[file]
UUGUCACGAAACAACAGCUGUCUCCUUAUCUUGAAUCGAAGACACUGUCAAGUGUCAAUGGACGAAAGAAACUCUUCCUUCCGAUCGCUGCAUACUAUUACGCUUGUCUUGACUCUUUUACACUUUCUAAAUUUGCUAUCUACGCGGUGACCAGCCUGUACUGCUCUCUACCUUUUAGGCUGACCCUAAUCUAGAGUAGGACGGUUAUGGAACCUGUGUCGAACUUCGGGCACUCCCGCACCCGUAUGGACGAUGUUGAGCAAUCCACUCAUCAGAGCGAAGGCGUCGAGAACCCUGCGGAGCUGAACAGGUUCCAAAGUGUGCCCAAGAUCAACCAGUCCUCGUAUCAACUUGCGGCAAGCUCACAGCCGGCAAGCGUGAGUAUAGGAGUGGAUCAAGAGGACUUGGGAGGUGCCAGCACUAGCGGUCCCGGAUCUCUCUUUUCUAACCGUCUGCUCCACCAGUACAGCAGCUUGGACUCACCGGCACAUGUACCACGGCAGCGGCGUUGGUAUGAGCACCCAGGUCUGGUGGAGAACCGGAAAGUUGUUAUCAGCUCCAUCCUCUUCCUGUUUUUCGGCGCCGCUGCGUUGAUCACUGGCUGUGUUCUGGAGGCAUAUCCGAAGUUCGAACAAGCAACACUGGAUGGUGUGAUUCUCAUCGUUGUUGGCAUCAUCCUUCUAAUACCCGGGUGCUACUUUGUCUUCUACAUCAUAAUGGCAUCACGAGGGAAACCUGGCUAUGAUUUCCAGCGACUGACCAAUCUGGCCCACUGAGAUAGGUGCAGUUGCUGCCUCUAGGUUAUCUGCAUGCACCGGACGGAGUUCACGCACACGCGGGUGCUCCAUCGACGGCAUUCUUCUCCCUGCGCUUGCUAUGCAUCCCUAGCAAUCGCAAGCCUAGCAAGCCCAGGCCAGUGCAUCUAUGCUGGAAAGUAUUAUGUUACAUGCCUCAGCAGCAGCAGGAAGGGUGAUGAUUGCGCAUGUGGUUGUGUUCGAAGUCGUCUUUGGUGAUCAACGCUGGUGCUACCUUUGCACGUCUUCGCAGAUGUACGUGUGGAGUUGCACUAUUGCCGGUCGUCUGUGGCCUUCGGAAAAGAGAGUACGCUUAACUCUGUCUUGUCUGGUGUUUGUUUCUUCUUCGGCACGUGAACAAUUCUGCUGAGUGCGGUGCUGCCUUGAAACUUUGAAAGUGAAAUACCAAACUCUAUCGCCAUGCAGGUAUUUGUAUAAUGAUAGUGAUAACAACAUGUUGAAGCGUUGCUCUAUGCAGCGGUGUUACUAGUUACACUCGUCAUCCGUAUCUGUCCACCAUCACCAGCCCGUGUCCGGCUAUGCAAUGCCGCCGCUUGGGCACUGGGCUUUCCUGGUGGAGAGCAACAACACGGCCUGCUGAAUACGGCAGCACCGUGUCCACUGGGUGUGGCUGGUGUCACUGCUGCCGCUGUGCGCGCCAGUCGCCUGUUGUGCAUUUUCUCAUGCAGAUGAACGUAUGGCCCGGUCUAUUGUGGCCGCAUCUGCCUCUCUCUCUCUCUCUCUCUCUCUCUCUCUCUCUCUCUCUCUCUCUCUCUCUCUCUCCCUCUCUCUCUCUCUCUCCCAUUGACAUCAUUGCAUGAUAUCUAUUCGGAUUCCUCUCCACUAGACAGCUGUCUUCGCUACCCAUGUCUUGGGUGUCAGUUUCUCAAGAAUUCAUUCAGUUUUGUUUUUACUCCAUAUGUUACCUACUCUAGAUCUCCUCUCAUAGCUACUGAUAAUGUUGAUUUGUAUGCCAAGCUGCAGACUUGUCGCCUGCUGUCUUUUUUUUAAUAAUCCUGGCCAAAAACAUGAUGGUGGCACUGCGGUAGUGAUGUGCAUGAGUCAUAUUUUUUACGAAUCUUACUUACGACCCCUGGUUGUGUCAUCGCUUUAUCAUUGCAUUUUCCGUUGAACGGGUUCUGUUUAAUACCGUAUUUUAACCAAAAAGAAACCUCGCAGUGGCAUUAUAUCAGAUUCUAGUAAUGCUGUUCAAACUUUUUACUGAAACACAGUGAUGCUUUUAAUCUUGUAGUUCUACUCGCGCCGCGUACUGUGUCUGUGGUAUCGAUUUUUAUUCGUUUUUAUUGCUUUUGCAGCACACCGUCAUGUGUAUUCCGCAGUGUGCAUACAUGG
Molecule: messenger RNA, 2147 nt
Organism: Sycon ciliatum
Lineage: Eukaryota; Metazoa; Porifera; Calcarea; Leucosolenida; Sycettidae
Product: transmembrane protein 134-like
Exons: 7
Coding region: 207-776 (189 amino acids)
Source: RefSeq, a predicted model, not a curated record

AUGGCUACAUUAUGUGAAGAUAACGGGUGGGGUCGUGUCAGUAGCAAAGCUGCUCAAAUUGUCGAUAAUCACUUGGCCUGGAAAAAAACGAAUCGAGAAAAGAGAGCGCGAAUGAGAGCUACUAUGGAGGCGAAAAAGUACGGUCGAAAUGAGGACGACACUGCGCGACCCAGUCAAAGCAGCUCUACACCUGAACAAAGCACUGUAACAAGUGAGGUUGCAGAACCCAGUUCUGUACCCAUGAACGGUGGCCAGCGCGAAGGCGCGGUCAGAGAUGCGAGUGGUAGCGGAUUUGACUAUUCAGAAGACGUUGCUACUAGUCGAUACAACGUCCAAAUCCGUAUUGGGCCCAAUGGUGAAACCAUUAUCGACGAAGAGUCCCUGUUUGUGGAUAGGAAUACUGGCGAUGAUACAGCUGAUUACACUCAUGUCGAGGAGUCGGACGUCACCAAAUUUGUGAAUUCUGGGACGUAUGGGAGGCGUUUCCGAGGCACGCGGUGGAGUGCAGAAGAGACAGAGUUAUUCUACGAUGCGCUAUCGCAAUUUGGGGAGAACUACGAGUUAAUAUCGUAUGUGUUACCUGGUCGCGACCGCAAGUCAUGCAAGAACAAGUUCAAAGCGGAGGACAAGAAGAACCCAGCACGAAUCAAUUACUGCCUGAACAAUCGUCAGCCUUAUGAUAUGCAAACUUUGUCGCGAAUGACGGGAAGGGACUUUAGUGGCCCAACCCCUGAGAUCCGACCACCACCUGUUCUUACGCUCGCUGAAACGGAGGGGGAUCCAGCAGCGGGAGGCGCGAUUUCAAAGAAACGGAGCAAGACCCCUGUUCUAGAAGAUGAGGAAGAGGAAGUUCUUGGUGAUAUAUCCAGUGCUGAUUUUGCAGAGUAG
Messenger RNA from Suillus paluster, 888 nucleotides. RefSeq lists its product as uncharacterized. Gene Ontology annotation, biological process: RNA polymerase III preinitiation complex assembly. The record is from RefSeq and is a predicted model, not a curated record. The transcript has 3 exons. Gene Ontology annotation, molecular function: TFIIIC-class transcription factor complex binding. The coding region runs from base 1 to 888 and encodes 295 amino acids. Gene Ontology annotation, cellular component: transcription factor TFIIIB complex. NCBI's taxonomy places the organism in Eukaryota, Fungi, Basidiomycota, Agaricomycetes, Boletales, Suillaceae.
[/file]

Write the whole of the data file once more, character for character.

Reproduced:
UUGUCACGAAACAACAGCUGUCUCCUUAUCUUGAAUCGAAGACACUGUCAAGUGUCAAUGGACGAAAGAAACUCUUCCUUCCGAUCGCUGCAUACUAUUACGCUUGUCUUGACUCUUUUACACUUUCUAAAUUUGCUAUCUACGCGGUGACCAGCCUGUACUGCUCUCUACCUUUUAGGCUGACCCUAAUCUAGAGUAGGACGGUUAUGGAACCUGUGUCGAACUUCGGGCACUCCCGCACCCGUAUGGACGAUGUUGAGCAAUCCACUCAUCAGAGCGAAGGCGUCGAGAACCCUGCGGAGCUGAACAGGUUCCAAAGUGUGCCCAAGAUCAACCAGUCCUCGUAUCAACUUGCGGCAAGCUCACAGCCGGCAAGCGUGAGUAUAGGAGUGGAUCAAGAGGACUUGGGAGGUGCCAGCACUAGCGGUCCCGGAUCUCUCUUUUCUAACCGUCUGCUCCACCAGUACAGCAGCUUGGACUCACCGGCACAUGUACCACGGCAGCGGCGUUGGUAUGAGCACCCAGGUCUGGUGGAGAACCGGAAAGUUGUUAUCAGCUCCAUCCUCUUCCUGUUUUUCGGCGCCGCUGCGUUGAUCACUGGCUGUGUUCUGGAGGCAUAUCCGAAGUUCGAACAAGCAACACUGGAUGGUGUGAUUCUCAUCGUUGUUGGCAUCAUCCUUCUAAUACCCGGGUGCUACUUUGUCUUCUACAUCAUAAUGGCAUCACGAGGGAAACCUGGCUAUGAUUUCCAGCGACUGACCAAUCUGGCCCACUGAGAUAGGUGCAGUUGCUGCCUCUAGGUUAUCUGCAUGCACCGGACGGAGUUCACGCACACGCGGGUGCUCCAUCGACGGCAUUCUUCUCCCUGCGCUUGCUAUGCAUCCCUAGCAAUCGCAAGCCUAGCAAGCCCAGGCCAGUGCAUCUAUGCUGGAAAGUAUUAUGUUACAUGCCUCAGCAGCAGCAGGAAGGGUGAUGAUUGCGCAUGUGGUUGUGUUCGAAGUCGUCUUUGGUGAUCAACGCUGGUGCUACCUUUGCACGUCUUCGCAGAUGUACGUGUGGAGUUGCACUAUUGCCGGUCGUCUGUGGCCUUCGGAAAAGAGAGUACGCUUAACUCUGUCUUGUCUGGUGUUUGUUUCUUCUUCGGCACGUGAACAAUUCUGCUGAGUGCGGUGCUGCCUUGAAACUUUGAAAGUGAAAUACCAAACUCUAUCGCCAUGCAGGUAUUUGUAUAAUGAUAGUGAUAACAACAUGUUGAAGCGUUGCUCUAUGCAGCGGUGUUACUAGUUACACUCGUCAUCCGUAUCUGUCCACCAUCACCAGCCCGUGUCCGGCUAUGCAAUGCCGCCGCUUGGGCACUGGGCUUUCCUGGUGGAGAGCAACAACACGGCCUGCUGAAUACGGCAGCACCGUGUCCACUGGGUGUGGCUGGUGUCACUGCUGCCGCUGUGCGCGCCAGUCGCCUGUUGUGCAUUUUCUCAUGCAGAUGAACGUAUGGCCCGGUCUAUUGUGGCCGCAUCUGCCUCUCUCUCUCUCUCUCUCUCUCUCUCUCUCUCUCUCUCUCUCUCUCUCUCUCUCUCCCUCUCUCUCUCUCUCUCCCAUUGACAUCAUUGCAUGAUAUCUAUUCGGAUUCCUCUCCACUAGACAGCUGUCUUCGCUACCCAUGUCUUGGGUGUCAGUUUCUCAAGAAUUCAUUCAGUUUUGUUUUUACUCCAUAUGUUACCUACUCUAGAUCUCCUCUCAUAGCUACUGAUAAUGUUGAUUUGUAUGCCAAGCUGCAGACUUGUCGCCUGCUGUCUUUUUUUUAAUAAUCCUGGCCAAAAACAUGAUGGUGGCACUGCGGUAGUGAUGUGCAUGAGUCAUAUUUUUUACGAAUCUUACUUACGACCCCUGGUUGUGUCAUCGCUUUAUCAUUGCAUUUUCCGUUGAACGGGUUCUGUUUAAUACCGUAUUUUAACCAAAAAGAAACCUCGCAGUGGCAUUAUAUCAGAUUCUAGUAAUGCUGUUCAAACUUUUUACUGAAACACAGUGAUGCUUUUAAUCUUGUAGUUCUACUCGCGCCGCGUACUGUGUCUGUGGUAUCGAUUUUUAUUCGUUUUUAUUGCUUUUGCAGCACACCGUCAUGUGUAUUCCGCAGUGUGCAUACAUGG
Molecule: messenger RNA, 2147 nt
Organism: Sycon ciliatum
Lineage: Eukaryota; Metazoa; Porifera; Calcarea; Leucosolenida; Sycettidae
Product: transmembrane protein 134-like
Exons: 7
Coding region: 207-776 (189 amino acids)
Source: RefSeq, a predicted model, not a curated record

AUGGCUACAUUAUGUGAAGAUAACGGGUGGGGUCGUGUCAGUAGCAAAGCUGCUCAAAUUGUCGAUAAUCACUUGGCCUGGAAAAAAACGAAUCGAGAAAAGAGAGCGCGAAUGAGAGCUACUAUGGAGGCGAAAAAGUACGGUCGAAAUGAGGACGACACUGCGCGACCCAGUCAAAGCAGCUCUACACCUGAACAAAGCACUGUAACAAGUGAGGUUGCAGAACCCAGUUCUGUACCCAUGAACGGUGGCCAGCGCGAAGGCGCGGUCAGAGAUGCGAGUGGUAGCGGAUUUGACUAUUCAGAAGACGUUGCUACUAGUCGAUACAACGUCCAAAUCCGUAUUGGGCCCAAUGGUGAAACCAUUAUCGACGAAGAGUCCCUGUUUGUGGAUAGGAAUACUGGCGAUGAUACAGCUGAUUACACUCAUGUCGAGGAGUCGGACGUCACCAAAUUUGUGAAUUCUGGGACGUAUGGGAGGCGUUUCCGAGGCACGCGGUGGAGUGCAGAAGAGACAGAGUUAUUCUACGAUGCGCUAUCGCAAUUUGGGGAGAACUACGAGUUAAUAUCGUAUGUGUUACCUGGUCGCGACCGCAAGUCAUGCAAGAACAAGUUCAAAGCGGAGGACAAGAAGAACCCAGCACGAAUCAAUUACUGCCUGAACAAUCGUCAGCCUUAUGAUAUGCAAACUUUGUCGCGAAUGACGGGAAGGGACUUUAGUGGCCCAACCCCUGAGAUCCGACCACCACCUGUUCUUACGCUCGCUGAAACGGAGGGGGAUCCAGCAGCGGGAGGCGCGAUUUCAAAGAAACGGAGCAAGACCCCUGUUCUAGAAGAUGAGGAAGAGGAAGUUCUUGGUGAUAUAUCCAGUGCUGAUUUUGCAGAGUAG
Messenger RNA from Suillus paluster, 888 nucleotides. RefSeq lists its product as uncharacterized. Gene Ontology annotation, biological process: RNA polymerase III preinitiation complex assembly. The record is from RefSeq and is a predicted model, not a curated record. The transcript has 3 exons. Gene Ontology annotation, molecular function: TFIIIC-class transcription factor complex binding. The coding region runs from base 1 to 888 and encodes 295 amino acids. Gene Ontology annotation, cellular component: transcription factor TFIIIB complex. NCBI's taxonomy places the organism in Eukaryota, Fungi, Basidiomycota, Agaricomycetes, Boletales, Suillaceae.